If you already have a SSDT (.sqlproj) project in your solution, you can keep that as a "companion" project in order to enjoy the Visual Studio designer experience, as described in this blog post.

Model properties

There are a lot of properties that can be set on the model in the resulting .dacpac file which can be influenced by setting those properties in the project file using the same name. For example, the snippet below sets the RecoveryMode property to Simple:

<Project Sdk="MSBuild.Sdk.SqlProj/2.2.0">
    <PropertyGroup>
        <TargetFramework>netstandard2.0</TargetFramework>
        <RecoveryMode>Simple</RecoveryMode>
        <SqlServerVersion>SqlAzure</SqlServerVersion>
    </PropertyGroup>
</Project>

Refer to the documentation for more details on the available properties. The SqlServerVersion property is also supported.

Note: If you are replacing an existing .sqlproj be sure to copy over any of these properties into the new project file.

Model compiler options

Like .sqlproj projects MSBuild.Sdk.SqlProj supports controlling T-SQL build errors and warnings by using MSBuild properties. Treating warnings as errors can be optionally enabled by adding a property TreatTSqlWarningsAsErrors to the project file:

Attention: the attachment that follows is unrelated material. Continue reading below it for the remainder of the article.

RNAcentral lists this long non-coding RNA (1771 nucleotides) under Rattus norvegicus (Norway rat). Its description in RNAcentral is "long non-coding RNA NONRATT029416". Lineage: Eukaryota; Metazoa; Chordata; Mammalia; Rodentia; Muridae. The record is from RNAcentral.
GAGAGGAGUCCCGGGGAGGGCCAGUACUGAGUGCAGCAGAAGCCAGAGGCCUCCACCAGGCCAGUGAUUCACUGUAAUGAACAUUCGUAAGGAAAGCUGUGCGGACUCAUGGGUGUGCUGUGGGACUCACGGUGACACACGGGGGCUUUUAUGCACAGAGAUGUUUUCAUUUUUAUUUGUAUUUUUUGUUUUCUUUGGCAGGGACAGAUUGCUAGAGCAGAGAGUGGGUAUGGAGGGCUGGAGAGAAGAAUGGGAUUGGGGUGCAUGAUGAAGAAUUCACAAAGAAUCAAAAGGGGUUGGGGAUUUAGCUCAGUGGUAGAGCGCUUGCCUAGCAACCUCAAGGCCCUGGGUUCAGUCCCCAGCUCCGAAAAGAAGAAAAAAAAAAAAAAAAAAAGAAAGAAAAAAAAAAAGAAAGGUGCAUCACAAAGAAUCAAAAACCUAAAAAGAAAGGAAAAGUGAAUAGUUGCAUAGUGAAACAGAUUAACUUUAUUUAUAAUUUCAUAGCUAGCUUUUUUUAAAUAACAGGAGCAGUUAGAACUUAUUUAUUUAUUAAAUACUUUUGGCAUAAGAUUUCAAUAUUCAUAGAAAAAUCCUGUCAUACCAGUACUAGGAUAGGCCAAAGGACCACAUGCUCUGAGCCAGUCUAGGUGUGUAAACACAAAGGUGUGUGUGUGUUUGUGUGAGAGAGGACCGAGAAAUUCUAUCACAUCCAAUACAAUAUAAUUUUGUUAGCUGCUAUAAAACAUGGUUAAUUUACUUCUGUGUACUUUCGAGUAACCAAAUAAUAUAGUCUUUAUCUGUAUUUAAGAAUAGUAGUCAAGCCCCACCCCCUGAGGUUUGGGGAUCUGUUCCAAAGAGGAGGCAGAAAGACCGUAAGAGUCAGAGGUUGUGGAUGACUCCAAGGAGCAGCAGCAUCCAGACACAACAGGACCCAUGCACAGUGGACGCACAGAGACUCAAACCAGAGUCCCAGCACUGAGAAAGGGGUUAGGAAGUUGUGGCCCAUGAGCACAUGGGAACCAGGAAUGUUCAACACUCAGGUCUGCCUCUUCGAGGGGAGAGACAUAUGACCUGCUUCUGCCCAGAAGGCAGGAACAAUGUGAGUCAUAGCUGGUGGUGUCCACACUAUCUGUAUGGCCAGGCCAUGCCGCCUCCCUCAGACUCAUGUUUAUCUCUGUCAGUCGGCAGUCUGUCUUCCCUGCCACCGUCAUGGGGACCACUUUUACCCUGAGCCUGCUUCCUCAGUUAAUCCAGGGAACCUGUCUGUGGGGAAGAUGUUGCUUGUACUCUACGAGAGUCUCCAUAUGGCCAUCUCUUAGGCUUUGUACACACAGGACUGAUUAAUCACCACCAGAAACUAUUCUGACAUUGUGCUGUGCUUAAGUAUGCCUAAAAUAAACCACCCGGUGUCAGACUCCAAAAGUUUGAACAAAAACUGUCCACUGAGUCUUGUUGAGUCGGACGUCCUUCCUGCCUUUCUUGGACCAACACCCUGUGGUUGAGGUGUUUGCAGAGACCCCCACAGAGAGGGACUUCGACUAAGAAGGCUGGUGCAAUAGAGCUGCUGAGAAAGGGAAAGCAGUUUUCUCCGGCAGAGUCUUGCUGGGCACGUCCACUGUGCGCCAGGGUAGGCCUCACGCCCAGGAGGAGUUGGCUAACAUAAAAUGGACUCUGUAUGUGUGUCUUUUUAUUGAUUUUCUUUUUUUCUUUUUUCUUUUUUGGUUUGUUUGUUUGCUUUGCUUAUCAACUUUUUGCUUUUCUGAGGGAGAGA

<Project Sdk="MSBuild.Sdk.SqlProj/2.2.0">
    <PropertyGroup>
        <TreatTSqlWarningsAsErrors>True</TreatTSqlWarningsAsErrors>
        ...
    </PropertyGroup>
</Project>

Note: Alternatively one can use TreatWarningsAsErrors instead of TreatTSqlWarningsAsErrors to apply the same effect.

To suppress specific warnings from being treated as errors, add a comma-separated list of warning codes to SuppressTSqlWarnings property in the project file:

<Project Sdk="MSBuild.Sdk.SqlProj/2.2.0">
    <PropertyGroup>
        <SuppressTSqlWarnings>71558,71502</SuppressTSqlWarnings>
        <TreatTSqlWarningsAsErrors>True</TreatTSqlWarningsAsErrors>
        ...
    </PropertyGroup>
</Project>

You can suppress warnings for a specific file by adding SuppressTSqlWarnings for this file:

<Project Sdk="MSBuild.Sdk.SqlProj/2.2.0">
    <PropertyGroup>
        ...
    </PropertyGroup>

    <ItemGroup>
        <Content Include="Procedures\csp_Test.sql">